Canadians are putting in an average of 11.4 hours of extra work around vacation time, according to a recent survey from ADP Canada Co.

The survey found about 70 per cent of Canadians are doing extra work before and/or after a one-week vacation. On average, Canadians are putting in more than 11 extra hours of work. The number, however, is a substantial drop from the 21 extra hours Canadians reported working around vacations in the previous year’s survey.

Read: Canadians work an extra 21 hours before and after a week of vacation: study

The survey also discovered two-thirds of Canadians don’t take all of their vacation time. In fact, more than 25 per cent of respondents took less than half of their vacation days. Women were less likely to take all of their vacation days, with only 31 per cent saying they did so and 55 per cent using more than half of their allotted time off. As for men, 69 per cent reported taking more than half of their vacation days. Just 37 per cent take all of their vacation time.

“It can be exhausting to prepare for a vacation, both personally and professionally,” David Heather, vice-president of people and human resources at ADP Canada, said in a statement. “It’s encouraging to see people working fewer extra hours to prepare for a break from work. This year, we have seen an emerging trend of companies adopting more flexible vacation policies. Many are moving away from a ‘one size fits all’ approach to more personalization. This includes a small number of employers offering unlimited vacation or the ability to ‘flex’ your own holiday entitlement.”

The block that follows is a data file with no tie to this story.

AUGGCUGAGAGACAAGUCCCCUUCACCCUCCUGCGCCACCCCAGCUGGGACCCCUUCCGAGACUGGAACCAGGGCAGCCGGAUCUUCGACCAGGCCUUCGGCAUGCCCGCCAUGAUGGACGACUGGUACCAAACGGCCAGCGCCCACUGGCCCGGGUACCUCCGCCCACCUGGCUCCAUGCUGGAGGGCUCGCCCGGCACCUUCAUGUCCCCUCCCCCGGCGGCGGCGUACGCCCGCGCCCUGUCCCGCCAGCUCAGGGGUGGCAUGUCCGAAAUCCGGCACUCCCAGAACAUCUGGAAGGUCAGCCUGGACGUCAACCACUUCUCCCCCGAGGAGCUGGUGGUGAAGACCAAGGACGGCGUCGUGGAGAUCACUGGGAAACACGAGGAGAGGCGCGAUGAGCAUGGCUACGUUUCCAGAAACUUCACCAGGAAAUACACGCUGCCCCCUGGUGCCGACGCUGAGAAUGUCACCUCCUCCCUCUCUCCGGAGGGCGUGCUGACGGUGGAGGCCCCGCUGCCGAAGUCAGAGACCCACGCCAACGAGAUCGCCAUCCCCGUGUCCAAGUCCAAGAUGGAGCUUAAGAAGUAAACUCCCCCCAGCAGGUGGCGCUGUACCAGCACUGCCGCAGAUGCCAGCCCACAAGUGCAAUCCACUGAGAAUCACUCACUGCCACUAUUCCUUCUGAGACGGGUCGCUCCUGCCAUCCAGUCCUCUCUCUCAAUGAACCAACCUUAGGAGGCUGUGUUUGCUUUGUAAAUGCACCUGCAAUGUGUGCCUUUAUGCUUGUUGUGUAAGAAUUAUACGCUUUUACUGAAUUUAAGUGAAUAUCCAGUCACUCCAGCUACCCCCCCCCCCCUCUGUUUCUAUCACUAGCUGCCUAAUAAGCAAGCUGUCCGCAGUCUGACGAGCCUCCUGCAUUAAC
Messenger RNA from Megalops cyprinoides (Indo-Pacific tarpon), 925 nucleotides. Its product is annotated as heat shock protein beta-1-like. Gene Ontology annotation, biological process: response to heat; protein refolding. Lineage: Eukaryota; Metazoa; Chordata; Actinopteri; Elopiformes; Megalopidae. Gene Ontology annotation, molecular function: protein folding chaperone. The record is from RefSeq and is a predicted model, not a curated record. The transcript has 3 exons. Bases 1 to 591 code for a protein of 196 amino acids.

Read: How can employers encourage employees to take vacation?

Other findings in the survey show that workers between the ages of 35 and 44 needed the most time — more than 13 hours, on average — to catch up before or after a vacation. Quebec employees reported the lowest average time needed to catch up, at just over 10 hours. Western Canadians reported the highest average time, at almost 13 hours. However, western and eastern Canadians were most likely to take all of their vacation time.

“Employers have an obligation to ensure their employees are able to use vacation time to unwind and recharge,” said Heather. “Organizations can create a more positive outlook on vacation among employees by communicating vacation policies proactively, encouraging staff to book time off and leading by example. This is especially important as employers ask themselves how to set the right tone for employees and be successful in 2018.”

Read: 37 per cent of Canadians cite improved work-life balance: survey

Copyright © 2018 Transcontinental Media G.P. Originally published on benefitscanada.com

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